TED Conversations

George Holevas

Student in Chemical Engineering, Cooper Union for the Advancement of Science and Art

This conversation is closed.

Do you believe the human brain will continue to increase its capabilities?

According to neuroscientist Vilayanur Ramachandran's TED talk, "The neurons that shaped civilization", a sudden emergence and rapid spread of a number of skills that are unique to human beings occurred 75k to 100k years ago. These defining skills include the use of tools, fire, shelter, language, and the ability to interpret a person's behavior.

He attributes the rapid development of these skills to a sudden emergence of a sophisticated mirror neuron system. Mirror nuerons are a relatively recent discovered set of neurons that fire when an animal either performs an action or observes that same action performed by another, essentially allowing us to emulate and imitate each other's actions.

Ramachandran speculates that this brain development was incredibly beneficial to the progression of mankind because it allowed an accidental discovery by one member of the group, such as use of fire or a particular kind of tool, to spread horizontally across the population and then transmit vertically down the generations. This temporarily made evolution Lamarckian instead of Darwinian, meaning that acquired traits over a lifetime could be passed down to offspring via emulation instead of relying on Darwinian evolution which could take hundreds of thousands of years.

The question I would like to pose is, might our brains (collectively as a species) soon experience such a new type of development once again? If so, what new skills could this more sophisticated neuron system facilitate our ability to perform, considering trends in globalization, collaboration etc (e.g. collaborative tasks across geographies, learning multiple languages more quickly etc )? Has the brain's full potential already been unleashed? Or will it perpetually continue to develop more complex neural permutations?


Showing single comment thread. View the full conversation.

  • thumb
    Mar 7 2013: Hi George!

    Your question is quite complicated and definitely raises mixed responses from me.

    On the one hand, I think that, as Edward Long has stated, our brains have always had the same capabilities. The product of what our brains can achieve is dependent on the time we live in and how well we uncover our subconscious minds. But not on our brain development. The more knowledge and ideas that are fed to it, the more advanced our creations will be.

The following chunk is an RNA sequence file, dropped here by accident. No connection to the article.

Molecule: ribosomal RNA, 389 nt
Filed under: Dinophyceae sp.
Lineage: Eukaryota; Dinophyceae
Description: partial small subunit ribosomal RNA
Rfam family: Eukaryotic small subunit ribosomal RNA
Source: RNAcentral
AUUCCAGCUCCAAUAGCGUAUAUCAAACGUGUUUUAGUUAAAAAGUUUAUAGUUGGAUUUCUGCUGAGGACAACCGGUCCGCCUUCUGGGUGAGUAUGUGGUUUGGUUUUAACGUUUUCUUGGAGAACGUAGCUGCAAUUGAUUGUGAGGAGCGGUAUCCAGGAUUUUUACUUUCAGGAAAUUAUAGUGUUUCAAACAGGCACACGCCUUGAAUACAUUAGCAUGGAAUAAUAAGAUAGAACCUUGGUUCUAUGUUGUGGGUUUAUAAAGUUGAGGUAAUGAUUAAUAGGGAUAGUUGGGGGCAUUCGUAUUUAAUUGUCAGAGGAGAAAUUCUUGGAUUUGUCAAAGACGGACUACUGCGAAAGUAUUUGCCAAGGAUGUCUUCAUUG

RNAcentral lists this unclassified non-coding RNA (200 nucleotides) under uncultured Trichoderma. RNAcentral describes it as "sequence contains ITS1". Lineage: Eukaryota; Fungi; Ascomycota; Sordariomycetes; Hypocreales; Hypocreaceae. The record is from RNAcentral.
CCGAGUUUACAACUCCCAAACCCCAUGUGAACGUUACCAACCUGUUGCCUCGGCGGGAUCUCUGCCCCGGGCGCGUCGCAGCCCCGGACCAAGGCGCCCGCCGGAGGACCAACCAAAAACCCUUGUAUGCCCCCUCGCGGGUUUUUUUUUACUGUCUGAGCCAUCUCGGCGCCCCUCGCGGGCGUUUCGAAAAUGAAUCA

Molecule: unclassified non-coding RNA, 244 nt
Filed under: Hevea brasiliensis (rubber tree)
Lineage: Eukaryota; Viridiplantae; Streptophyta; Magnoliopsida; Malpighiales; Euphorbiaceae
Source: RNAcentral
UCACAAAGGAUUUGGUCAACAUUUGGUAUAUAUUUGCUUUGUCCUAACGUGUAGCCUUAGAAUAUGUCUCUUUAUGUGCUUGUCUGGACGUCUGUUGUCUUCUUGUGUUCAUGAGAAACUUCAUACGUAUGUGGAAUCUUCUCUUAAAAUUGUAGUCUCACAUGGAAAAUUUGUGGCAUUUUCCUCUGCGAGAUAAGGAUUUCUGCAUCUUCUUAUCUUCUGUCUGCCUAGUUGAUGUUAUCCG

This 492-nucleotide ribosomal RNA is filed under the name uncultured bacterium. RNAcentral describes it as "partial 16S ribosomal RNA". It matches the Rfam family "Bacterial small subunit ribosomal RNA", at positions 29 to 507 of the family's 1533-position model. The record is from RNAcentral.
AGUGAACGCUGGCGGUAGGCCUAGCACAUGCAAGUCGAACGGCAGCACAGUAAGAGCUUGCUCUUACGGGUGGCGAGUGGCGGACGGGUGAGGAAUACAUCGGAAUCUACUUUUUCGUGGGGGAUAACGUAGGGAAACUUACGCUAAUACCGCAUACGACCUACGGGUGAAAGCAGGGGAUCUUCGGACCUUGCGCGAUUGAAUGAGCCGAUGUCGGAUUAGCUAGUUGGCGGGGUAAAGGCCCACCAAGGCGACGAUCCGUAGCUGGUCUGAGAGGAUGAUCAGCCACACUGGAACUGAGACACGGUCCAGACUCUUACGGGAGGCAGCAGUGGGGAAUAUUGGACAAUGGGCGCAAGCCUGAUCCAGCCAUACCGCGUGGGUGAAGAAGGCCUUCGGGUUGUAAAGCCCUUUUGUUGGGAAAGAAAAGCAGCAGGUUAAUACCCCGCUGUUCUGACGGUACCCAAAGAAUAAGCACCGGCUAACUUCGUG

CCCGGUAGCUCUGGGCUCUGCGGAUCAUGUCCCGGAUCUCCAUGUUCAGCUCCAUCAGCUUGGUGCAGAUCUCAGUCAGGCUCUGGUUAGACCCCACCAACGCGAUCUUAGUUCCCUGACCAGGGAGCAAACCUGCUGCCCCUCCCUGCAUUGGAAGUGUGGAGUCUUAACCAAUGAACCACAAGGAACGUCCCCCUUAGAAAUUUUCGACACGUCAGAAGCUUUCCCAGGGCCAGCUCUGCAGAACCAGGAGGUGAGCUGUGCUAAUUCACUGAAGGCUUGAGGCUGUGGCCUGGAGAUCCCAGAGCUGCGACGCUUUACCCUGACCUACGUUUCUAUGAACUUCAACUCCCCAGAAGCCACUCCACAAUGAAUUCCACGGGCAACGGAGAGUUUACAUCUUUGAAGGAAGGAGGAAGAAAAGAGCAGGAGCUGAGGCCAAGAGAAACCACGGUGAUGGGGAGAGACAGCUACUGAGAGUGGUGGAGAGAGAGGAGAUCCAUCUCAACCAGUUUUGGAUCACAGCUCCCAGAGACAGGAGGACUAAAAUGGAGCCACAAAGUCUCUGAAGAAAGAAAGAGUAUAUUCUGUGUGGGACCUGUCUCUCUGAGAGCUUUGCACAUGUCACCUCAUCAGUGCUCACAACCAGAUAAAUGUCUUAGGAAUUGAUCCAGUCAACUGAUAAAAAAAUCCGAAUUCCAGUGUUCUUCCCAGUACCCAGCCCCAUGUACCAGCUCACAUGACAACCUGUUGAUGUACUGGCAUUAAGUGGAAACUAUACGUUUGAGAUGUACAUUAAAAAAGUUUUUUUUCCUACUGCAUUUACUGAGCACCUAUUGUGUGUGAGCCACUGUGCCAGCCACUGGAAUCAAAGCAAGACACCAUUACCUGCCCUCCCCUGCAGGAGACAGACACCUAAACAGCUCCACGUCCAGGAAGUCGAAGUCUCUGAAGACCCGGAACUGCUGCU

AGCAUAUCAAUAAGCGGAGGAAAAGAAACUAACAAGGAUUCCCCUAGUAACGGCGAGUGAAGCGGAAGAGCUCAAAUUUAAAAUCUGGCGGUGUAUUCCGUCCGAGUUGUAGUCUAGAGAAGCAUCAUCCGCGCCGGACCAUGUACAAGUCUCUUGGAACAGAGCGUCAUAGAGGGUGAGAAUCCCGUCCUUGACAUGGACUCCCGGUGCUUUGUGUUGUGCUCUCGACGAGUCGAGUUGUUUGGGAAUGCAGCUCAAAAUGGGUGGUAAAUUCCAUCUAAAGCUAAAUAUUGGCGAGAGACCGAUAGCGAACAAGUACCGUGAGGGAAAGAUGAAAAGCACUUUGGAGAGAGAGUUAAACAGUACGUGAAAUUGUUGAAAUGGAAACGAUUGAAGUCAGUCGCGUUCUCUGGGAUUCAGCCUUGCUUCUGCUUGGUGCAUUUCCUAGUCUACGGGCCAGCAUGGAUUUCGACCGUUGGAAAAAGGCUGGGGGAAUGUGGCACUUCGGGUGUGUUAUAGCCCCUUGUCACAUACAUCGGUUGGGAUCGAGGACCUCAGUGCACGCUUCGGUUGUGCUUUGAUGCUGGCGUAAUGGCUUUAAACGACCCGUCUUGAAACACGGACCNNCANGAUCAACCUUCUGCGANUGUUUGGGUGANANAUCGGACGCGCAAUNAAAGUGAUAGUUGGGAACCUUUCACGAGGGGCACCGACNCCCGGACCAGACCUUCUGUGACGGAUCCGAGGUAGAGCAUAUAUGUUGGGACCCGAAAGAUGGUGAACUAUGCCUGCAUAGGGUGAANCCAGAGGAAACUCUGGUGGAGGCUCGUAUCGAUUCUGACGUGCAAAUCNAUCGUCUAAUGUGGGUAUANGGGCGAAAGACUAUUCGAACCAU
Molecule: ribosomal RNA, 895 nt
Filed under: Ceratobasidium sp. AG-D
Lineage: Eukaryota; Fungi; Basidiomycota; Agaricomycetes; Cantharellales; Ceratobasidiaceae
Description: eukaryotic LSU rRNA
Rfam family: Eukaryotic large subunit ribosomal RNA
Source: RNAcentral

However, on the other hand, I am drawn to the idea that our brains are constantly evolving. Which raises the question, when will this stop? Will our brains ever reach an ideal state of being or rather are they capable of infinite development? I do like to think that our world is limited, which would mean that our brain advancement is also limited.

    So this is my long way of responding that I am don't know. Though if we did know the future of our brains, wouldn't it diminish the challenge of exploring the powers of them?
    • thumb
      Mar 11 2013: Hi Hadar,
      I liked the point you brought up about the abilities of our brain depending on the time we live in. I feel there are two ways to look at this situation. Our brain definitely has evolved over the last couple centuries in terms of the knowledge we have gathered. We learn more in school now than people may have a generation above us. As our society, and scientific community develops, there are constantly new ideas being brought forward, new innovations, new data. The time we live in is more advanced than say 50 years ago, and the fact that we can understand more could be viewed as our brain's development and progress. The other way of interpreting this question is to think about the actual biological processes that show that our brains are changing. The emergence of a mirror neuron system was a very significant, physical change that can be measured and understood. Whether another visual development like that will occur is difficult to predict. But I personally believe it could happen. We simply do not have the capability to imagine it or understand it until it does.
      • thumb
        Mar 12 2013: Nicely said,

        I agree on both counts. I think there is much evidence and reasoning to support the biological and cultural evolution that you just mentioned. That seems to be the path of history, always evolving and developing. If it did not happen in this way I do not think we would know what we know now.

        As for the human brain, I think it will continue you to grow and I think this is evident by the examples Nemma pointed out

Showing single comment thread. View the full conversation.